In order to make easy and low-cost experiments, we are searching for natural dyes (or easy to make) that can color DNA, instead of for instance Ethidium Bromide that is hard to find and is expensive.

We are new to this field, but we learned that DNA dyes need to intercalate in between DNA bases. To do so, the molecule must be preferably poly-cyclic, aromatic and planar.

So the question is, is there any chemical that can be readily used for this purpose or if not, any lead about a molecule that can be easy to find by anyone.

  • $\begingroup$ Rhodamine dyes are very cheap (used as dyes in fishing and easily purified) or you could synthesise some porphyrin. $\endgroup$ – porphyrin Jul 26 '18 at 8:39
  • $\begingroup$ Thank you both for your answers. Clarification: we are trying to get dyes that can be used by children or non-scientific persons. Methylene blue might be the best option, but we are trying to get even more accessible chemicals, like lawson, cephalopod ink or beetroot (we did not try them yet). $\endgroup$ – HBallot Jul 27 '18 at 7:32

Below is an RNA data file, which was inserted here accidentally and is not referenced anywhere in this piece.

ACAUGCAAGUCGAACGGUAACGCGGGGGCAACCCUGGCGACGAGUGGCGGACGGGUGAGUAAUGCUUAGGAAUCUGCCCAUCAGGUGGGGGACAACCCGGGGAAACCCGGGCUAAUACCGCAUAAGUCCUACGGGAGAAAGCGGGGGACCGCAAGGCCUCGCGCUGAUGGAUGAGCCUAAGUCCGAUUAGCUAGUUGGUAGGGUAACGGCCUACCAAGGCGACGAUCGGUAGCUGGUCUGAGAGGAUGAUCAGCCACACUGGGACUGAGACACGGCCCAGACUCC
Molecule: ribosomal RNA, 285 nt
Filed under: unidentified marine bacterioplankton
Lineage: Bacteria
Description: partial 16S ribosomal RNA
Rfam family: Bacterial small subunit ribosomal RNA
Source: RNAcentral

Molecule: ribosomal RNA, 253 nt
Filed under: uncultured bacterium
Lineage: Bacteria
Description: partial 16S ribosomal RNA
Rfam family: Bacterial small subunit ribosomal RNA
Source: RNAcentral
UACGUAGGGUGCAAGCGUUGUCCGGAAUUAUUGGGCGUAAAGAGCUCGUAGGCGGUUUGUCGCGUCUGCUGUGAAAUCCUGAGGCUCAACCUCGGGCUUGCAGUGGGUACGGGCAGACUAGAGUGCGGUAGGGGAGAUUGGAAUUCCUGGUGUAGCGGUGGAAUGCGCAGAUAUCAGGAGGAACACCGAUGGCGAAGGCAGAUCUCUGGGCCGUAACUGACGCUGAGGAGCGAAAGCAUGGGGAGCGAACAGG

• $\begingroup$ In that case why not try some food dyes or writing inks. You can probably look up their structures on line and choose flat aromatic types that can intercalate, although binding is also possible in the major and minor grooves. $\endgroup$ – porphyrin Jul 28 '18 at 12:48

Though not a naturally occurring dye, methylene blue has been used as a DNA stain. It is inexpensive and readily available. It is also comparatively nontoxic, and is used as a medication in pisciculture, so it can be found in pet stores.

If you choose to use methylene blue, save some for the blue bottle demonstration, a sensitive teat for oxygen. Vitamin C or other reducing agents can be used instead of glucose.


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